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Do you have PCOS (Polycystic ovary syndrome)?

Actually Polycystic ovaries are not specific to PCOS and they happen approx. 25% of the time of a healthy ovary.

So what does define PCOS? ⭐ Irregular periods or Polycystic on ovaries at ultrasound ⭐ High androgens on a blood test or symptoms (facial or body hair that is dark and coarse, acne, hair loss or thinning hair) ⭐ Other reasons for high androgens have been ruled out.

There are several types of PCOS and it really is worth finding out which applies to you as they need to be treated differently.

🍰 Insulin Resistant PCOS

Too much insulin impairs ovulation and causes ovaries to make testosterone. It stimulates the pituitary to make Luteinising Hormone (LH), which stimulates androgens. It lowers androgen binding proteins, which results in more testosterone. Causes include primarily eating too much sugar, smoking, stress, hormonal birth control, lack of sleep, alcohol, trans fat, poor gut biome, magnesium deficiency or environmental toxins. One visual indication can be weight gain around the belly leaving to an apple shape figure. If you have insulin resistant PCOS it is important to deal with the cause of the insulin resistance.

👩‍⚕️Post Pill PCOS Thankfully this is a temporary condition caused by a couple of different factors, including high LH or a surge in androgen production. Time should mean it will go away.

💥 Inflammatory PCOS Inflammation disrupts hormone receptors and suppresses ovulation. It also stimulates the adrenal glands and ovaries to make more androgens. Causes for this include: smoking, diet, environmental toxins and digestive problems. Symptoms include the criteria for PCOS, no insulin resistance, normal after coming off pill, and any of the following: digestive problems, fatigue, headaches, joint pain, skin conditions.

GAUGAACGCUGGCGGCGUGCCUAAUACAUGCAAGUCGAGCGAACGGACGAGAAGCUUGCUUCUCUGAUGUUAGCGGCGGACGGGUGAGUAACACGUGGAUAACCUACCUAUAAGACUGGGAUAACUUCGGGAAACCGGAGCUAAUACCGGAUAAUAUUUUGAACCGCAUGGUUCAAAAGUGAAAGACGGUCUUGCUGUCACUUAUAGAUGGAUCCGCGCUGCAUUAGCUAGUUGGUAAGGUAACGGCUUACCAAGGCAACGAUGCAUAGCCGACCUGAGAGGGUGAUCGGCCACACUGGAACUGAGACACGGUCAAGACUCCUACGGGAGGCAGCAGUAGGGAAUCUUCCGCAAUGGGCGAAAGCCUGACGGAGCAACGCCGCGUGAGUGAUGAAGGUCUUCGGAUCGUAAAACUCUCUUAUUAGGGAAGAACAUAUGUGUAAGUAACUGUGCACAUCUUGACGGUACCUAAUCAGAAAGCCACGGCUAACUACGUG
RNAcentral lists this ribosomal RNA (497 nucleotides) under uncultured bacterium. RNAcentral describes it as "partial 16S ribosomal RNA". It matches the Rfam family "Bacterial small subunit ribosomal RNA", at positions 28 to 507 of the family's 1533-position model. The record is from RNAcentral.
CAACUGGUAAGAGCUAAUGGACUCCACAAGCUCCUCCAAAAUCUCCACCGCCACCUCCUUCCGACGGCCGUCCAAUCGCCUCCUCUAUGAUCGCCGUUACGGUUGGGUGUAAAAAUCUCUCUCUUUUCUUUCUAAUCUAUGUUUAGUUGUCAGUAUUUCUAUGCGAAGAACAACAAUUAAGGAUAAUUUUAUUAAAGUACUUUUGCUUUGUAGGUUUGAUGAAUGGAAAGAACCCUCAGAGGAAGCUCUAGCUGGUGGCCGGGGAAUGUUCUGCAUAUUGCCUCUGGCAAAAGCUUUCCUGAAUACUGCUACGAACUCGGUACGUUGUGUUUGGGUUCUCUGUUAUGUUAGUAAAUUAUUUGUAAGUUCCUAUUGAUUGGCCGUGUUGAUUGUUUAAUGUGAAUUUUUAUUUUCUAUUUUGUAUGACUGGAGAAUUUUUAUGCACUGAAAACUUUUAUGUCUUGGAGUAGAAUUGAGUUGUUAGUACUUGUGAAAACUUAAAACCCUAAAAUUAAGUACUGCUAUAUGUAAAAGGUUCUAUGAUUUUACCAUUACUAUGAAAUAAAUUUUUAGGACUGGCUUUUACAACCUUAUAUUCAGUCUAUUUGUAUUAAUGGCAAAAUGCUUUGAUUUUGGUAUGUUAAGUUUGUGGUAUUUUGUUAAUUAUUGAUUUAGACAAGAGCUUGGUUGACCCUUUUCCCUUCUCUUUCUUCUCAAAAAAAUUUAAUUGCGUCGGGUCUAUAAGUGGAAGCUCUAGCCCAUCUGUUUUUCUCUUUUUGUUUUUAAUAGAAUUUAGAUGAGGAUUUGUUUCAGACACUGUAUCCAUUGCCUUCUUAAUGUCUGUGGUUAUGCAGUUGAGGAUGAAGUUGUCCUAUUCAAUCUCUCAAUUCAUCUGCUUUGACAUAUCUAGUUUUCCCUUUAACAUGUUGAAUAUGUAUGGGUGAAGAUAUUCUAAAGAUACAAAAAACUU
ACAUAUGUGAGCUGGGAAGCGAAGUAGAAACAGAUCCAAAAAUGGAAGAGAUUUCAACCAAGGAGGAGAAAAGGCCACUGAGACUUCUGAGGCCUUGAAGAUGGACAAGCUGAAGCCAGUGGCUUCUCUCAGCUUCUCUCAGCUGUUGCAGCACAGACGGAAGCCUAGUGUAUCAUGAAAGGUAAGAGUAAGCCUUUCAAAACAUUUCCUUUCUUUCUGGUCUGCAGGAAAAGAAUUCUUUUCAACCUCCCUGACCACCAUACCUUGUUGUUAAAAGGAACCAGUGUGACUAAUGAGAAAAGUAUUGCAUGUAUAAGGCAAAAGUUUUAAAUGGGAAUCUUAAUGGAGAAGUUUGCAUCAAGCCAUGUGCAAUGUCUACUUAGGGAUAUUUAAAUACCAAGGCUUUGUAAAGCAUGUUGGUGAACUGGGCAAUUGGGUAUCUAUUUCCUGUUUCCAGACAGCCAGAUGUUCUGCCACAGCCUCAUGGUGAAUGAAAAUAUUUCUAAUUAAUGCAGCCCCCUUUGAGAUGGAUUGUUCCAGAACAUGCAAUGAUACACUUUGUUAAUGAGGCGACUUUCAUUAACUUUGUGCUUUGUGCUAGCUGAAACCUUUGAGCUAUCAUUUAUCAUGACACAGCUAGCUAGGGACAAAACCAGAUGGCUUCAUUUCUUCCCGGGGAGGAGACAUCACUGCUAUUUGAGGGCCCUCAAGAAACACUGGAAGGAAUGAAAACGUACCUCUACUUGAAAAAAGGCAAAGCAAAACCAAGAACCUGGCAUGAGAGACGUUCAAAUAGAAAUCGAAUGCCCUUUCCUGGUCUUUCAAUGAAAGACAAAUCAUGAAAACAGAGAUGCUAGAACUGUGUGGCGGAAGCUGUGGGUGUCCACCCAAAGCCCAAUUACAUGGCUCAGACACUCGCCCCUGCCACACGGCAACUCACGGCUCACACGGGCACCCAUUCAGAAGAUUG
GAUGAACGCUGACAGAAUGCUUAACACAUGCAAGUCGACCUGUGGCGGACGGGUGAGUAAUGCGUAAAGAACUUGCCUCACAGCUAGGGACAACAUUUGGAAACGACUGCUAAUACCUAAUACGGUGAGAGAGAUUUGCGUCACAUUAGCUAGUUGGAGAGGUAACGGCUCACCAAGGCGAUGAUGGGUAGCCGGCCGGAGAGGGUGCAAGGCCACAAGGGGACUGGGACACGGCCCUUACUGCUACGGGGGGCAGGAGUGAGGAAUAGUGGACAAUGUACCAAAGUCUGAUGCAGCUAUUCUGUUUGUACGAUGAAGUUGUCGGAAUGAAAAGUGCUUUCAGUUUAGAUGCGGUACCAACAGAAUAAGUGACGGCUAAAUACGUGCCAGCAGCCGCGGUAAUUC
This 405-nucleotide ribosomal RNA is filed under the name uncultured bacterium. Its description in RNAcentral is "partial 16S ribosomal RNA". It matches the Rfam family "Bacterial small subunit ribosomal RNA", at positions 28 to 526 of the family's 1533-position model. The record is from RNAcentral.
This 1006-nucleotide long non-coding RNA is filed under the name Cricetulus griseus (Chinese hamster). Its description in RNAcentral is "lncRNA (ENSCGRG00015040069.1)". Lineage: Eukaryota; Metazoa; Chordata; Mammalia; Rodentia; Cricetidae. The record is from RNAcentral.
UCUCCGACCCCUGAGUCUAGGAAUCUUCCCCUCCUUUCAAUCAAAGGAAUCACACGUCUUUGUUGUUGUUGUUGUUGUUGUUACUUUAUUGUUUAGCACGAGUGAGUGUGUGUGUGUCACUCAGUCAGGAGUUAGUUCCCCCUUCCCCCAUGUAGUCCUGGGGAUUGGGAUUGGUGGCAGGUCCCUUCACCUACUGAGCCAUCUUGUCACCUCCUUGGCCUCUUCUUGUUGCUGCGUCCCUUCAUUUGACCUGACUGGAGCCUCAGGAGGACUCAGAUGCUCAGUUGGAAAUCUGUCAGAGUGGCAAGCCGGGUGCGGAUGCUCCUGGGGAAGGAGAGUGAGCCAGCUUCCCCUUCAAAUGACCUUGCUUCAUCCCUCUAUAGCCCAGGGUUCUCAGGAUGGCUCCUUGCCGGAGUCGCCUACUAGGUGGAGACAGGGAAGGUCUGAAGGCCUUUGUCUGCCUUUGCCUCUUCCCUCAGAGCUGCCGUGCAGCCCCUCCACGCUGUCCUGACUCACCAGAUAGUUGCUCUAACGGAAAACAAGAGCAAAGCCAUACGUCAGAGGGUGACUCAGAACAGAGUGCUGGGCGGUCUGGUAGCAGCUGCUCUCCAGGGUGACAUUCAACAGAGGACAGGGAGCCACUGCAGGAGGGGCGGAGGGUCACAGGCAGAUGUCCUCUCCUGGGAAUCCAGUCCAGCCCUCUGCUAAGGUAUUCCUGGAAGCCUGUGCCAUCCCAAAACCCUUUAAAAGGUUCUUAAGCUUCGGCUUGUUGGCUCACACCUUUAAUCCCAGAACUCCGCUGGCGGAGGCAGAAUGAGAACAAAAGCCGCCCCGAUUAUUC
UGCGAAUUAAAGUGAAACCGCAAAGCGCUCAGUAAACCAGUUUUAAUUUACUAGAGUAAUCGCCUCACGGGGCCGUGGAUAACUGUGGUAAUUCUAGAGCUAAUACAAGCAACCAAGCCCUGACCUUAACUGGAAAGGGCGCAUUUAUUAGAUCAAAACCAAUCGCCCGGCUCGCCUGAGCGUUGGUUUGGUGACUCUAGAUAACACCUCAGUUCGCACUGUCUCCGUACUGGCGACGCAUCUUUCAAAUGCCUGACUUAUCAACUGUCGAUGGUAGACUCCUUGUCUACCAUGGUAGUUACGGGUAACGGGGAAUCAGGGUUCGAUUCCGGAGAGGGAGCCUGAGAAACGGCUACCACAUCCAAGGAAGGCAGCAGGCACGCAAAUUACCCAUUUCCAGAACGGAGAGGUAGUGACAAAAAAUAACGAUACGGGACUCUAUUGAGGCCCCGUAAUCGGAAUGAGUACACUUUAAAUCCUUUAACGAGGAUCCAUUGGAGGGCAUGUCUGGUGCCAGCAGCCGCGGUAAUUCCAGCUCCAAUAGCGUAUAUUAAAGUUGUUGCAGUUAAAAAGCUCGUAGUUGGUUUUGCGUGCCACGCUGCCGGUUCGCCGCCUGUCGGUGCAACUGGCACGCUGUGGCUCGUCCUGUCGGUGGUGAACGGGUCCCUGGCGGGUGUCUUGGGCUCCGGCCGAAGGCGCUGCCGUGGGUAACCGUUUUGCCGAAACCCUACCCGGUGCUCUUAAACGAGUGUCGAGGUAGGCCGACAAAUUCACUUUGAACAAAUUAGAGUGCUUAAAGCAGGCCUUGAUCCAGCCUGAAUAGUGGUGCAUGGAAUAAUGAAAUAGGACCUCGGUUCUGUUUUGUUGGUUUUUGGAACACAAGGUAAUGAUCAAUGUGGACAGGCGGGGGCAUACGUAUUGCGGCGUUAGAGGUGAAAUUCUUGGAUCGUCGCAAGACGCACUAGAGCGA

🤯 Adrenal PCOS

If none of the above descriptions apply beyond the general symptoms of PCOS then one other factor could be if there are normal ovarian androgens but elevated adrenal androgens. This is driven by an abnormal stress response in the HPA axis (see my former essay on this). It is possible to ovulate regularly with this form of PCOS.

There are also hidden drivers of PCOS: Thyroid disease vitamin D deficiency Zinc deficiency Iodine deficiency Elevated prolactin Too little food or too few carbs

When doing Reflexology for PCOS it is helpful if the type of PCOS can be identified as this changes the shape of the treatment. Reflex balancing of the ovaries, pituitary gland, hypothalamus, adrenal gland, thyroid, pancreas, liver or digestive tract are all options in different combinations depending on the cause.

Thankfully for you, I have done additional specialised training in Reflexology Women's Health and my high qualification level means I am well placed to be able to offer the correct course of Reflexology to support you.

Interested to find out more information on how Reflexology could be the right treatment for you? Send me a message, drop me an email or give me a call! 07795 414166

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